If it appears soaked, it is best to repot the tree using a fresh soil mix that has equal parts of organic matter and inorganic components. The former will provide plant nutrients, while the latter will ensure proper drainage.
Established trees planted on the ground do not require too much water except during the summer when you can hydrate as often as three times per week. Applying a layer of mulch around the tree's base will help retain moisture and regulate soil temperature.
Parts of the tree may turn brown if it does not get enough sunlight. This usually happens when the plant is grown indoors and away from any direct light source. Lemon cypress, like most trees, thrives best when exposed to full sunlight for at least six hours a day.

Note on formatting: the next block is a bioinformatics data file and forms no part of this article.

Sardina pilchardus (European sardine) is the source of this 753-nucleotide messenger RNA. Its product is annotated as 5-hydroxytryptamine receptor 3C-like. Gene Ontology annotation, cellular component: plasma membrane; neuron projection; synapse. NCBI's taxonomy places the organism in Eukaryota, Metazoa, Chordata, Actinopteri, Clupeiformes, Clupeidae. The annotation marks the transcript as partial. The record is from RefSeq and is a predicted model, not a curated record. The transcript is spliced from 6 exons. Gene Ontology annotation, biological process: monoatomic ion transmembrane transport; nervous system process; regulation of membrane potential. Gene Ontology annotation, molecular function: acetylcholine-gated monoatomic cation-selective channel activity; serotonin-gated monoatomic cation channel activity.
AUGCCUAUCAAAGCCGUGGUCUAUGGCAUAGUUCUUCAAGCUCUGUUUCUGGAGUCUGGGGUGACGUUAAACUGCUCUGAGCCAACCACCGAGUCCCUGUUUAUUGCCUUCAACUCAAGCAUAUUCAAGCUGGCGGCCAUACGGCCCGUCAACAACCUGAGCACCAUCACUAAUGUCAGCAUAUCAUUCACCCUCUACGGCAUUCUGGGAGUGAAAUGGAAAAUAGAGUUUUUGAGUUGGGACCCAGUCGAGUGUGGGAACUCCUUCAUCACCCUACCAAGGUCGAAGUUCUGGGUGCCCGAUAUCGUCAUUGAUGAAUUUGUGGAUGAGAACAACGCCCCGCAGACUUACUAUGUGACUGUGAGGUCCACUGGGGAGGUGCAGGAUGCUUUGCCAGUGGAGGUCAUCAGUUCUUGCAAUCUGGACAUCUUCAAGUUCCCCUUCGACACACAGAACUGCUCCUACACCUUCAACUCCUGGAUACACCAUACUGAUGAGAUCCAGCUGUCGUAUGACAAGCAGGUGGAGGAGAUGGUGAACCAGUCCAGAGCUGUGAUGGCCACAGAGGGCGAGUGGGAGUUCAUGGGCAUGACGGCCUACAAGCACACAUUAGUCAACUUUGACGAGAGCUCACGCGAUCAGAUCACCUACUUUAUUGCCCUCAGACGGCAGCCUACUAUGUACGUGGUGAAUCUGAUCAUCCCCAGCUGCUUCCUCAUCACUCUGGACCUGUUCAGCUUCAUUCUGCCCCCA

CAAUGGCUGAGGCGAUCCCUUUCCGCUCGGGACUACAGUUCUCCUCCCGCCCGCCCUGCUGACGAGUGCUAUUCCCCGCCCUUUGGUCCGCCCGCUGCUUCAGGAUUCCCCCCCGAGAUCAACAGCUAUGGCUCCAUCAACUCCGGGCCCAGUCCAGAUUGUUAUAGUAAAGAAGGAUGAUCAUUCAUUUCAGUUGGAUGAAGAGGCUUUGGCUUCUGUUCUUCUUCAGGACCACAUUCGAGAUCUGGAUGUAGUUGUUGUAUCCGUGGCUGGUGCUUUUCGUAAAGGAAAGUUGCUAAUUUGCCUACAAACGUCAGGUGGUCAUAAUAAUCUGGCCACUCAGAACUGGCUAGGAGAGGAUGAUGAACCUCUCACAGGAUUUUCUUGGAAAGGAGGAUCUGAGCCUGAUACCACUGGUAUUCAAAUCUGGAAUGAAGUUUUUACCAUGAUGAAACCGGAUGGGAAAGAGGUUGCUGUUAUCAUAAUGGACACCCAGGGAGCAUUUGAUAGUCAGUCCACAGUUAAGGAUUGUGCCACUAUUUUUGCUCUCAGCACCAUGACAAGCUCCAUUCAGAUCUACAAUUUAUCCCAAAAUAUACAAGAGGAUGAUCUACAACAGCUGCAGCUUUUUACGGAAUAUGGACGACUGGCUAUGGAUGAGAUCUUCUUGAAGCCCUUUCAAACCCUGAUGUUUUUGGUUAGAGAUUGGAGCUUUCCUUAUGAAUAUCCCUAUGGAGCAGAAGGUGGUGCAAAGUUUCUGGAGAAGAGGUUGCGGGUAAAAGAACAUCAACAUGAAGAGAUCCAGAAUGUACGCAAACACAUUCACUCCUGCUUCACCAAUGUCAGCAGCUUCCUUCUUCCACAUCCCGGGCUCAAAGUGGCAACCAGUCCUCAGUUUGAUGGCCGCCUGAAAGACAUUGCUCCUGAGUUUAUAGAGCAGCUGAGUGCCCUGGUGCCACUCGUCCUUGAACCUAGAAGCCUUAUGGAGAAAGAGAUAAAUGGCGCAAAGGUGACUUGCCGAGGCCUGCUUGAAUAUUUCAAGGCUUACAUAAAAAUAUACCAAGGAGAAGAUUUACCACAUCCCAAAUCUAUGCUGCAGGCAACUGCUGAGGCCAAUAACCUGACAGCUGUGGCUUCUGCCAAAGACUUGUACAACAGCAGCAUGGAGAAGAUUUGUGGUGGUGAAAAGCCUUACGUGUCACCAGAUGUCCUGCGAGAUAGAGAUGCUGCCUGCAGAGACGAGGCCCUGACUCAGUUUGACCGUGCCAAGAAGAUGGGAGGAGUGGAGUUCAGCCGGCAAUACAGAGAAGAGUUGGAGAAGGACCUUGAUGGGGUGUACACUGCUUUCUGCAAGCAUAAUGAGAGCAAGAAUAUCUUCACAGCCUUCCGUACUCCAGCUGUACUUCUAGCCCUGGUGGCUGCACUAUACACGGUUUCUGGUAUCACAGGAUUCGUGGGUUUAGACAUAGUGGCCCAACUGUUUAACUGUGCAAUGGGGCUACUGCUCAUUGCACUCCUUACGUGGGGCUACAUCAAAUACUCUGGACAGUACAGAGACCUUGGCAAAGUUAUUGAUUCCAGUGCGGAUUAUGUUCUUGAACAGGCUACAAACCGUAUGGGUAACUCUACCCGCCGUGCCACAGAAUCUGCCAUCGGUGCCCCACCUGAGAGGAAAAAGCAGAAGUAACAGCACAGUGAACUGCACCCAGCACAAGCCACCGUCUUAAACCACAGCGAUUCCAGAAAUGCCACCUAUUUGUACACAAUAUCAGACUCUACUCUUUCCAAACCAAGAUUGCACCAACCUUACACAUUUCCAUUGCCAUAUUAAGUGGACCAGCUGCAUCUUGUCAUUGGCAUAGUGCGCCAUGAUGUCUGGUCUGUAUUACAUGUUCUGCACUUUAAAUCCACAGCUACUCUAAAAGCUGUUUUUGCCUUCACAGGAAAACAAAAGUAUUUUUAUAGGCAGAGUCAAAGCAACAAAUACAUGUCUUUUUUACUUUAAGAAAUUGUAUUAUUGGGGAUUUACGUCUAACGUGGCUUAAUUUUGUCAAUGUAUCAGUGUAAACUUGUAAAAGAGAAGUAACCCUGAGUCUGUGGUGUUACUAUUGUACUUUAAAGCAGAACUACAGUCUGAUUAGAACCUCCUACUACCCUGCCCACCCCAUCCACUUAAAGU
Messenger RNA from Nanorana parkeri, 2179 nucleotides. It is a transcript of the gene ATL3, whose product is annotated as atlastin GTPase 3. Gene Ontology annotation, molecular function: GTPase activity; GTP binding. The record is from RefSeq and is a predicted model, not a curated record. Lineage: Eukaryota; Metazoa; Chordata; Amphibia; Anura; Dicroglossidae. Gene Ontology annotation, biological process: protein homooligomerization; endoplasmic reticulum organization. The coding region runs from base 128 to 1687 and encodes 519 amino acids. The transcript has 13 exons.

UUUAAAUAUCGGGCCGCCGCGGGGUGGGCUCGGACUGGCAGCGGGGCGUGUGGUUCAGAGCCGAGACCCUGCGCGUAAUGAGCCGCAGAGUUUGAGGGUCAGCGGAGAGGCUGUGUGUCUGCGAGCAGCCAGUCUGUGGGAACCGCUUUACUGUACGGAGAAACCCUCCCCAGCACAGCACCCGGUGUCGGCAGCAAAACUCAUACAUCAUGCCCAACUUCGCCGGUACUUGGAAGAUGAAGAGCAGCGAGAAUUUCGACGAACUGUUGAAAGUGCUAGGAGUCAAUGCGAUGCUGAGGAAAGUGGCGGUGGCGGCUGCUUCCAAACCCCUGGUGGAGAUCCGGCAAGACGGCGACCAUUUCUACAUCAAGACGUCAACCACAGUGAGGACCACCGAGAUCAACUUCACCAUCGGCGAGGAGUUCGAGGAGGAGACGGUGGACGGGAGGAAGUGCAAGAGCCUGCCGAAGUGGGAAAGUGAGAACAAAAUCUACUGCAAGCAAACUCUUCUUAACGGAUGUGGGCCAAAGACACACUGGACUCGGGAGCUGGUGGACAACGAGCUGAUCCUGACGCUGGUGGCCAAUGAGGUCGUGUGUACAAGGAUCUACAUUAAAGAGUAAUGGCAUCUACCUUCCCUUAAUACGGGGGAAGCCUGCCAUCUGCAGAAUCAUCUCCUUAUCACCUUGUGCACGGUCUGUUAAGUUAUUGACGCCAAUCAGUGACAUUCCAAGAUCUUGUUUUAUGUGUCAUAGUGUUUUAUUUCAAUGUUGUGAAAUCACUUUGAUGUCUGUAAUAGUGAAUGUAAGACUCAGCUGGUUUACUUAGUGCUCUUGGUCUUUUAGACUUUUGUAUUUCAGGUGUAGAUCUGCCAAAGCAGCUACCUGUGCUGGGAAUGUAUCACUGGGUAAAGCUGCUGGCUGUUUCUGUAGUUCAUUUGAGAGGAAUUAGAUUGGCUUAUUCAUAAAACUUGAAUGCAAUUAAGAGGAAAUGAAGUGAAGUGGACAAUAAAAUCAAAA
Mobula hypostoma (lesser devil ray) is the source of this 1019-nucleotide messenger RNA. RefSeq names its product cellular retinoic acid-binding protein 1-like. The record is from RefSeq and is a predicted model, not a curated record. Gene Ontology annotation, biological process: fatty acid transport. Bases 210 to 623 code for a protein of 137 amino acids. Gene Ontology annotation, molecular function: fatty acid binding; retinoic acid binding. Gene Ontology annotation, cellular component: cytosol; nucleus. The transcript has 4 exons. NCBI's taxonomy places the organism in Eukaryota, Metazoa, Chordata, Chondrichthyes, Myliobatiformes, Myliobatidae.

Simply place your tree and grow it outdoors, but if you intend to keep it inside, position it near a window with enough penetrating sunlight and turn the tree from time to time to allow equal exposure.
If you encounter the same problem even when your tree is growing outdoors, examine the surrounding plants and foliage; the canopy from taller trees may have shaded your cypress. Cut the branches or prune the leaves that overlap with your tree until enough sunlight can pass through.
Avoid planting your lemon cypress close to other trees to prevent overcrowding and to provide enough room for the foliage to develop.
If you have a potted tree that has been growing for more than a year and the leaves and branches begin to wilt, it is most likely that the soil nutrients have been depleted. If you've ruled out water or sunlight as the possible cause, it may be time to apply fertilizers.